- Experts detail complexity of political, military situation
- Interim President Dioncounda Traore flies to France for medical treatment
- But supporters of coup leader Amadou Sanogo call for Traore's immediate resignation
- Sanogo's supporters say people have no faith in politicians
A return to democracy hung in the balance in impoverished Mali on Wednesday as supporters of the West African nation's military coup leader clamored for him to head the interim government.
Capt. Amadou Sanogo's supporters called for the resignation of Dioncounda Traore, who was beaten and rushed to a hospital with head injuries after hundreds of protesters stormed the presidential palace Monday.
Traore, 70, left Mali on Wednesday for medical treatment in Paris, said a presidential aide who did not want to be named for security reasons.
Bamako, the capital, was calm but tense Wednesday evening amid a strong police and military presence.
"The people want Sanogo to come back for the transition of power," said El Hadj Bamba Mohammed, a spokesman for one of the groups backing Sanogo.
Traore's term as interim president had been set to expire Tuesday.
However, the Economic Community of West African States (ECOWAS), which has tried to broker a return to civilian rule after the March 22 coup, decided to let Traore remain in charge for a year to oversee a transition back to democracy. That deal included recognizing Sanogo as former head of state, with a salary and mansion.
Over the weekend, Sanogo agreed to abide by the decision. But his supporters stood defiantly against the regional bloc.
Mali experienced two decades of democratic rule and was hailed as an example of African stability. But it plunged into chaos after the coup that ousted President Amadou Toumani Toure from power. Sanogo and his fellow officers complained that Toure had failed to properly equip soldiers battling a growing insurgency by separatist Tuareg rebels in the country's north.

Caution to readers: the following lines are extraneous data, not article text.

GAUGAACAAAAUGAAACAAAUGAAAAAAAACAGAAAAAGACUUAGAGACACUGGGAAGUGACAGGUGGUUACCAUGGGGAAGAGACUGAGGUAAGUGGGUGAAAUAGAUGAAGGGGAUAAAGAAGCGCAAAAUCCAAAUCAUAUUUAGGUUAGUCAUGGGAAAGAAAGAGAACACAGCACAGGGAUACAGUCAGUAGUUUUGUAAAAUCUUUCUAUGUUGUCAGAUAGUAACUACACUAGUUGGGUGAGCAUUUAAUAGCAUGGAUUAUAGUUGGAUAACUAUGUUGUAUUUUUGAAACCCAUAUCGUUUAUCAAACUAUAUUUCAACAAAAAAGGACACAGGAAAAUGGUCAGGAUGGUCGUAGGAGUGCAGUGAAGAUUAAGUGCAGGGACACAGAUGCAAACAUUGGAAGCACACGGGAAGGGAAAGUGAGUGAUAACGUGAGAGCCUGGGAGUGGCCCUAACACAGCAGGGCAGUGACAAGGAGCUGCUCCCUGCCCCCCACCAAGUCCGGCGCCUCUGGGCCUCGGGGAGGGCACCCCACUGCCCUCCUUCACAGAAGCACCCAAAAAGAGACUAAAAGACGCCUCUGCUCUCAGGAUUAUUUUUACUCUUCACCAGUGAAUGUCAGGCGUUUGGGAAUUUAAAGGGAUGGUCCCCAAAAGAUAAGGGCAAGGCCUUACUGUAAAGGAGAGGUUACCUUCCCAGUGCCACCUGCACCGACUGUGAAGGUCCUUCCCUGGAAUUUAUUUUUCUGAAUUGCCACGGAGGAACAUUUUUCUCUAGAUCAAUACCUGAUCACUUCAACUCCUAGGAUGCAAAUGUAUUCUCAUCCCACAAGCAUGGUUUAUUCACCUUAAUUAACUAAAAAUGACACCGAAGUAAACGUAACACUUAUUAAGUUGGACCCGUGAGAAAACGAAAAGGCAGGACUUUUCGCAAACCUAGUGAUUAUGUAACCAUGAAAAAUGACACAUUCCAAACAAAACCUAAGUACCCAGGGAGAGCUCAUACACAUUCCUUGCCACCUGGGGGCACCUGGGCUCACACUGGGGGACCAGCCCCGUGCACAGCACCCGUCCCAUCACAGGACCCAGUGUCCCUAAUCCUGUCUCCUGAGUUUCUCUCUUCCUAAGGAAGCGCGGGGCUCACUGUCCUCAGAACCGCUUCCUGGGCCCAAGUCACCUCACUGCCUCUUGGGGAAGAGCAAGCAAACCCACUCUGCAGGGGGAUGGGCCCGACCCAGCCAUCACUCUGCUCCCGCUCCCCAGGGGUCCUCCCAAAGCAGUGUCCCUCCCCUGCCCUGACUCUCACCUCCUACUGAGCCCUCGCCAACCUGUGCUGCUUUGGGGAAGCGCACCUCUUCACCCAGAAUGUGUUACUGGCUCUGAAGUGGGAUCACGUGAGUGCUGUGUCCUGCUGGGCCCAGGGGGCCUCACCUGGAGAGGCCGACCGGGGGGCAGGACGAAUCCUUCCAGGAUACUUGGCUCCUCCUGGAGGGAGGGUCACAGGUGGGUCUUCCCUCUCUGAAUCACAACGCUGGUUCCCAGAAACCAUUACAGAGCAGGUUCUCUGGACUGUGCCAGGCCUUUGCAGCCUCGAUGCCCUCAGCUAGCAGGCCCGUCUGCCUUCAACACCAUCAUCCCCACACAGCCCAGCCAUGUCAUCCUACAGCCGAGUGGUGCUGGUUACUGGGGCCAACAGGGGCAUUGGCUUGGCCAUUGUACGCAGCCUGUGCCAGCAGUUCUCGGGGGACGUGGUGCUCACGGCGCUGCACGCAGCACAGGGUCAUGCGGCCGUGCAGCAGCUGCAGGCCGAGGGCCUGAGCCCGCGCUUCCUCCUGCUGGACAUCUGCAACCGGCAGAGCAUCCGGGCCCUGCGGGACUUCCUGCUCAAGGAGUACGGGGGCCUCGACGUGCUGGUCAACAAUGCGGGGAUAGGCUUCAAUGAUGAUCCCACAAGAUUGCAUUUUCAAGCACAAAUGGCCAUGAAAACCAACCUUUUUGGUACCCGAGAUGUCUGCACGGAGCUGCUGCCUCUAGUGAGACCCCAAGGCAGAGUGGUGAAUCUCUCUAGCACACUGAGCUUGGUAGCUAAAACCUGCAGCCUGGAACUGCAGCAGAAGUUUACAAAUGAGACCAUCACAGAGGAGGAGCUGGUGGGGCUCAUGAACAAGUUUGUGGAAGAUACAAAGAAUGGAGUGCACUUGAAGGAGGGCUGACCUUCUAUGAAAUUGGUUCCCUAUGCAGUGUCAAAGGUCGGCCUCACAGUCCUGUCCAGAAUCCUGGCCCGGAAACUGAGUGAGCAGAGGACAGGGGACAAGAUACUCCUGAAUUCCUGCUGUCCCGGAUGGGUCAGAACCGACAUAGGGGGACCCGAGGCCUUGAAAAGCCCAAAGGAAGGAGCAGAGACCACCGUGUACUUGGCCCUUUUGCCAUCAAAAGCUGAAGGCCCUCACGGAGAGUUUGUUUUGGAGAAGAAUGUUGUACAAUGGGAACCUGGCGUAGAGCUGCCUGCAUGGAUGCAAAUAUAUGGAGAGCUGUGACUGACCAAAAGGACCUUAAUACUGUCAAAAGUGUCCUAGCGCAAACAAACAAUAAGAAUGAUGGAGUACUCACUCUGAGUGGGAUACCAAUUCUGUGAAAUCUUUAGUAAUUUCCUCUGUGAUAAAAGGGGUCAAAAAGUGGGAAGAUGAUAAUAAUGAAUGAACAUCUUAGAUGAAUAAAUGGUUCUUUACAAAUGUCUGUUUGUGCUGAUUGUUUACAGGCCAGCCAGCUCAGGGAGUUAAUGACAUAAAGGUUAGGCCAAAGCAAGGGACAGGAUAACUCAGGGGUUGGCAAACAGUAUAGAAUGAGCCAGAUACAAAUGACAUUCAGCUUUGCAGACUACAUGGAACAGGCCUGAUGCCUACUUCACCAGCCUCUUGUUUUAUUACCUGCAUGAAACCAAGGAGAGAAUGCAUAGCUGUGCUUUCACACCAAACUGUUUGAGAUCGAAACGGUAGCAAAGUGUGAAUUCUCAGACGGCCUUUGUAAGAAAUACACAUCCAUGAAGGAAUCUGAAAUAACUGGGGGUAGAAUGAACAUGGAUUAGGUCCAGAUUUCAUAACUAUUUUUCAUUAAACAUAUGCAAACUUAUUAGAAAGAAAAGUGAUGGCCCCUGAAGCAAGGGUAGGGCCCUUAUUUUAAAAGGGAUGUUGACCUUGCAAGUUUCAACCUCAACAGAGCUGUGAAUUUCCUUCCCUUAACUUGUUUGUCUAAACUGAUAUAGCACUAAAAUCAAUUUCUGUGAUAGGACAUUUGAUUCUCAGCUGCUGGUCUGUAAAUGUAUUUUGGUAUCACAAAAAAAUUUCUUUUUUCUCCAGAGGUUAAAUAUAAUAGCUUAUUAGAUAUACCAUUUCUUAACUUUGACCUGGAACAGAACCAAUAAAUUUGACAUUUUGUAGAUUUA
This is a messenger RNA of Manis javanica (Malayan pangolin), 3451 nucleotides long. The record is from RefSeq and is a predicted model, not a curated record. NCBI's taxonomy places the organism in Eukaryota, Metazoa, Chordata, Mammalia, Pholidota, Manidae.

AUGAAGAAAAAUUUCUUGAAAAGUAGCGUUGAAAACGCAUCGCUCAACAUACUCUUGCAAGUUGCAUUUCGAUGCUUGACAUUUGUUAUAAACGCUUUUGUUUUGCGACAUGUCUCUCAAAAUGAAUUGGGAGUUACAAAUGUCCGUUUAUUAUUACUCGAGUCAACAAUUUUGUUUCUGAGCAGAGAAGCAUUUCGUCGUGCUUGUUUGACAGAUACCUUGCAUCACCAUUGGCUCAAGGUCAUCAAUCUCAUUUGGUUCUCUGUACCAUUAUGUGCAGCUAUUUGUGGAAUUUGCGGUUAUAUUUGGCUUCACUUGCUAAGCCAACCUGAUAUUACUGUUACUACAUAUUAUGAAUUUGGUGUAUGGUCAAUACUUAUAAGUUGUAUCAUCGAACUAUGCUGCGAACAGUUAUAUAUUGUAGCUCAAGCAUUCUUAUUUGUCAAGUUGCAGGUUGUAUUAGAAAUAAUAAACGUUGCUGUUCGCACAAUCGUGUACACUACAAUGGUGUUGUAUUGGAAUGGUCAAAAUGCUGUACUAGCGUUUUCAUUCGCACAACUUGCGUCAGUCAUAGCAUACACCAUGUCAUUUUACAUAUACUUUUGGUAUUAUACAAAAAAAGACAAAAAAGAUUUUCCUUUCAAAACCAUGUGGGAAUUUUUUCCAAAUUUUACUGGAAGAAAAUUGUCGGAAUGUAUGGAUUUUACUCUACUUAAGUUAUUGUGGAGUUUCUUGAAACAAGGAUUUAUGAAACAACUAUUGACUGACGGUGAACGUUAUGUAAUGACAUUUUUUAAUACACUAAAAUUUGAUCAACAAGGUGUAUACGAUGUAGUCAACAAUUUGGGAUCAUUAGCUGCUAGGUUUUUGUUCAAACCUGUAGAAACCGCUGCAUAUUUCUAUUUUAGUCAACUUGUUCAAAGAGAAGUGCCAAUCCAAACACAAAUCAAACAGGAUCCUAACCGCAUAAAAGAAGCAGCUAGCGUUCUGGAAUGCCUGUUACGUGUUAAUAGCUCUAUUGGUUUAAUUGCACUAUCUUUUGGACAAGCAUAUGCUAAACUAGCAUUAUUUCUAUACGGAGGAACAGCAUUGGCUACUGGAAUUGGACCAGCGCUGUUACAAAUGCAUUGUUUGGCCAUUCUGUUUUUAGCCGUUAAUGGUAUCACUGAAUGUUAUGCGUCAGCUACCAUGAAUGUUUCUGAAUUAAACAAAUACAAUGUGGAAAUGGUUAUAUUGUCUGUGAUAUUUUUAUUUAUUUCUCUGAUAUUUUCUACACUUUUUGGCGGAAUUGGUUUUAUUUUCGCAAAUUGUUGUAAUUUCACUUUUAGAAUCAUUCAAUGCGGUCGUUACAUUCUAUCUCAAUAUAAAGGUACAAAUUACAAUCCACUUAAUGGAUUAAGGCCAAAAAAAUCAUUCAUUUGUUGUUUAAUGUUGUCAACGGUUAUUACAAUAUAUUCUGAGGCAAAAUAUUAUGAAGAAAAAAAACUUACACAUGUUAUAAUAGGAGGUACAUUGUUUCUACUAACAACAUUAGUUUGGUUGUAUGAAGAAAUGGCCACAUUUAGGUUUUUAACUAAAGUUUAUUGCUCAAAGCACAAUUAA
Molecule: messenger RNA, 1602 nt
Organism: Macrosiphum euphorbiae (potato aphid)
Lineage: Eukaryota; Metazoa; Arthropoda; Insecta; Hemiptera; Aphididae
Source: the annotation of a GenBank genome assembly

Tuareg rebels capitalized on the trouble in Bamako in the south and took over chunks of territory in the north. Islamists now control two-thirds of the country, and many fear they will benefit further from delays in transitioning back to civilian rule.
Protesters said Traore, a former parliamentary speaker, was part of a self-serving political elite that has misruled the country for years.
"People have no faith in the politicians to organize elections and resolve the situation in the north," said Youssouf Kone, the leader of several groups demanding the president's resignation. "That's why they want Sanogo to return to power in the role of president," Kone said.
John Campbell, a senior fellow at the Council on Foreign Relations, said the perceived elite includes French speakers, "movers and shakers" and those with access to government contracts and the economy.
"Those elites and the institutions through which they work is not seen as very relevant by the mass of people in Bamako," Campbell said. "You are talking about poor, marginalized people as seeing the military as grounds for hope."